The Truth About Expired Food: How Long Should We Keep It in Our Fridge? - Jiran

The Truth About Expired Food: How Long Should We Keep It in Our Fridge?

Discover ways to determine whether the food you are eating is still safe for consumption

Published on 9 June 2022

You have been toiling at your workplace non-stop and must finally give in to the rumbling of your tummy. Trailing to the fridge, you find that most of the food has already passed the expiry date written on the packaging. What do you do? 

If you are anything like the average Malaysian, you would recall mummy saying that anything in the fridge can still be eaten and finally satiate your hunger. Or you may be put off by the dates and opt to throw out the food entirely. But have you ever wondered whether your mother’s wisdom is factual and not an old wives’ tale?  

To prevent throwing perfectly good food out which causes food wastage, or to avoid consuming something that could lead to an upset stomach, it is time to uncover the truth about food expiry dates. 

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One too many dates 

You may have noticed different dates marked under different labels such as EXP, MFG, and Best Before. These are called date-labelling phrases, and it is the responsibility of a food business to ensure that the products on the shelf are safe for customers to consume.  

Common phrases that are found on food packaging: 

Best Before: It is important to note that this is not a safety date. It simply indicates when a product is best consumed before the quality or flavour begins to deteriorate. 

Sell-By: This is not a safety date. It is meant for management, sellers and store owners to gauge the duration of displaying the product on shelves. 

Use-By: This date labelling is open to much debate. On one hand, the US Department of Agriculture (USDA) claims that it is an indicator of quality whereas the European Commission suggests that it indicates the cut-off time for a product to be consumed. Whichever it is, it is best to play it safe and discard the product to prevent food poisoning. 

EXP (Expiry or Expiration): This is a clear-cut indication of when to eat the food. It is a safety date that you should take note of when deciding whether to consume the product.  

Before you tell your mother she is wrong, there is truth in her claims. Keeping in mind the dates and the indication of these labels, we can make informed choices to prevent unnecessary food wastage and prepare ahead of time to extend the longevity of the products we have purchased. 

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Best practices for food storage 

Some families are big eaters whereas some can barely finish what is on their plate; some families like the same snacks and some prefer a variety of tidbits. Preferences inevitably lead to buying more than necessary which may result in not finishing the food prior to the date on the food package. If you cannot seem to finish your food by then, here are some options for you to consider.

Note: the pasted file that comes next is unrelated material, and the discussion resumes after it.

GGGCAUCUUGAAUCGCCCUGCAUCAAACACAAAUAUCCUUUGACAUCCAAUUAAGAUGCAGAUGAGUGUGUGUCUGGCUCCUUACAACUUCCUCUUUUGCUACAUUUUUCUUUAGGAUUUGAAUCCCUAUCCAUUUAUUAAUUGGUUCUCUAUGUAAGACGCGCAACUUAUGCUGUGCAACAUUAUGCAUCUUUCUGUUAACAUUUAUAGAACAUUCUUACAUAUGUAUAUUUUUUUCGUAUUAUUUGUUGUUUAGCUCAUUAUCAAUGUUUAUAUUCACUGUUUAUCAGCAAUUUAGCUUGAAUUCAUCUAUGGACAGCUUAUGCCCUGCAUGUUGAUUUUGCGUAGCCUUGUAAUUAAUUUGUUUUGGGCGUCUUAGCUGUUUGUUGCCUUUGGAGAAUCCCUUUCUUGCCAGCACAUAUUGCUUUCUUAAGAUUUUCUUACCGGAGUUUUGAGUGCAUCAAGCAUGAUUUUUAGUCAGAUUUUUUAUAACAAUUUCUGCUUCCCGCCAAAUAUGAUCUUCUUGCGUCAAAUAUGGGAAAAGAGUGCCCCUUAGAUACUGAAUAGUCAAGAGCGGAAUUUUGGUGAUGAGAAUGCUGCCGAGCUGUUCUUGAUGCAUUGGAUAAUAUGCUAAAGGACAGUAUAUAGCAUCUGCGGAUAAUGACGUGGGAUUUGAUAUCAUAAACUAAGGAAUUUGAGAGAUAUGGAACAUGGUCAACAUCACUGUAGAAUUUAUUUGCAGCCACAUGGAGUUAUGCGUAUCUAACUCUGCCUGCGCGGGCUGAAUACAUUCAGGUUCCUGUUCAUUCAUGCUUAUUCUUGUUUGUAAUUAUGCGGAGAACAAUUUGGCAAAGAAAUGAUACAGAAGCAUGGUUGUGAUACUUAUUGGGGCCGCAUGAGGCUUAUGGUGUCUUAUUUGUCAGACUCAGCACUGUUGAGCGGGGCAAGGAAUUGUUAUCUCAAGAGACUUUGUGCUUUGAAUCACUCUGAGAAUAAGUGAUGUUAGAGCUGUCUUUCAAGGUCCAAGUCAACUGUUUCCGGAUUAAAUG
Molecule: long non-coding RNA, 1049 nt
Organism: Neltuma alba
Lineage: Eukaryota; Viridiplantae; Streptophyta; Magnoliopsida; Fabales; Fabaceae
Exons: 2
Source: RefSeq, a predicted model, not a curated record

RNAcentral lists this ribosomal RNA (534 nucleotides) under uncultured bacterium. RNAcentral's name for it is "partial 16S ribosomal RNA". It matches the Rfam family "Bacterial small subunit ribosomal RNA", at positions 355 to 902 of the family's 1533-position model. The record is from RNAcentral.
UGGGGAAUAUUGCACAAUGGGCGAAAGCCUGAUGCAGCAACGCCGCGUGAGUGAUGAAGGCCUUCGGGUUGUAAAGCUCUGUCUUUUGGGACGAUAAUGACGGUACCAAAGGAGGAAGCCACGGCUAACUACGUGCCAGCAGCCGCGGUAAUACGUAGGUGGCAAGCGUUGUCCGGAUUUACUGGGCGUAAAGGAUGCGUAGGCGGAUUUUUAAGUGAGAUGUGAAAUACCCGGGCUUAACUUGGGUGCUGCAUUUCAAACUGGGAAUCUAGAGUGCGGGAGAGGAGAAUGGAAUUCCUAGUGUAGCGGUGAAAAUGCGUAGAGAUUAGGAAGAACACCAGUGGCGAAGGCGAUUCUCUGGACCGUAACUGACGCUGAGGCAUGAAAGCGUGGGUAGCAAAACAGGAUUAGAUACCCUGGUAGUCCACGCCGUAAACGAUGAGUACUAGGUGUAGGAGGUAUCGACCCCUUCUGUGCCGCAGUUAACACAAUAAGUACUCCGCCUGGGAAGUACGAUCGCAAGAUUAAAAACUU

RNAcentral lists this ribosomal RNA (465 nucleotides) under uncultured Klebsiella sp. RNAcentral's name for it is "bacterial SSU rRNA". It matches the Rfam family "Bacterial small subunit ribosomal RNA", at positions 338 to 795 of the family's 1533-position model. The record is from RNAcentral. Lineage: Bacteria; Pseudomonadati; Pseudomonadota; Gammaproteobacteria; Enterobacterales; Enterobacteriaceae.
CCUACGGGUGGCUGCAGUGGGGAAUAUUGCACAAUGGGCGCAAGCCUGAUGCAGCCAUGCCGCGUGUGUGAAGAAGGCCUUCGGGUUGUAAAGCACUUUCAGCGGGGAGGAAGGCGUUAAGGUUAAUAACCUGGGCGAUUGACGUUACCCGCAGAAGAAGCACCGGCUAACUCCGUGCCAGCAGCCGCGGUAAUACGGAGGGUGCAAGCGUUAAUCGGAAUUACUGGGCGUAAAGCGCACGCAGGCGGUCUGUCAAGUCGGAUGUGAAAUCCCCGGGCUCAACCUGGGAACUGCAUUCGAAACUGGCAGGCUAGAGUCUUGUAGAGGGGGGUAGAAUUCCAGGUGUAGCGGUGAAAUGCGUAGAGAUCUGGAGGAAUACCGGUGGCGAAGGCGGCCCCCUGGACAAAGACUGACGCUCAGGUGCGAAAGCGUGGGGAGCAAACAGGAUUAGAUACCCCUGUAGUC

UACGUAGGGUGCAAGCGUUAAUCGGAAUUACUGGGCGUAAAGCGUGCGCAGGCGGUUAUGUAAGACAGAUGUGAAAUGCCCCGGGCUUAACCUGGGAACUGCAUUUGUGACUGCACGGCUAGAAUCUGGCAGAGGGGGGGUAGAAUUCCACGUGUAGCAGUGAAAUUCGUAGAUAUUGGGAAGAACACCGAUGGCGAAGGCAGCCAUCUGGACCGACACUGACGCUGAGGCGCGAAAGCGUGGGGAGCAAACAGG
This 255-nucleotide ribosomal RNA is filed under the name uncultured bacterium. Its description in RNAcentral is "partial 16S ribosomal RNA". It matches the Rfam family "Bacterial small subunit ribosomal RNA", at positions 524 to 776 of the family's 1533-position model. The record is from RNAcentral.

1. Put it in the fridge or freezer 

Most food items, especially vegetables and meats, may maintain their freshness longer thus resulting in longer shelf life. Bacteria and pathogens do not thrive under cold conditions. This also applies to food prone to mould such as dairy products, bread, and packaged foods.  

2. First expired, first out (FEFO) 

The collective understanding is to finish whatever goes into the fridge or onto the shelf first, aka first in, first out. Rather than basing it on the time of purchase, make your decision based on freshness. 

Shelf-life prediction utilises our knowledge of date labels and prioritises the quality and freshness of the food items purchased. For example, although the apples were purchased first, berries tend to have a shorter shelf life and spoil quickly. This makes it possible to reduce food wastage.  

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3. Store in airtight containers 

Malaysia has a humid and occasionally dry climate. With the change in temperatures and varying humidity, the moisture in the air will cause food items to spoil and the heat may cause them to dry out. 

Using airtight containers to store your pantry items as well as raw foods will prevent the development of rancidity as food kept in these containers does not encounter oxygen. Moreover, some fruits and vegetables produce enzymes that may cause other foods to spoil quickly. Separating them into airtight containers prolongs the ripening process which prolongs shelf life. 

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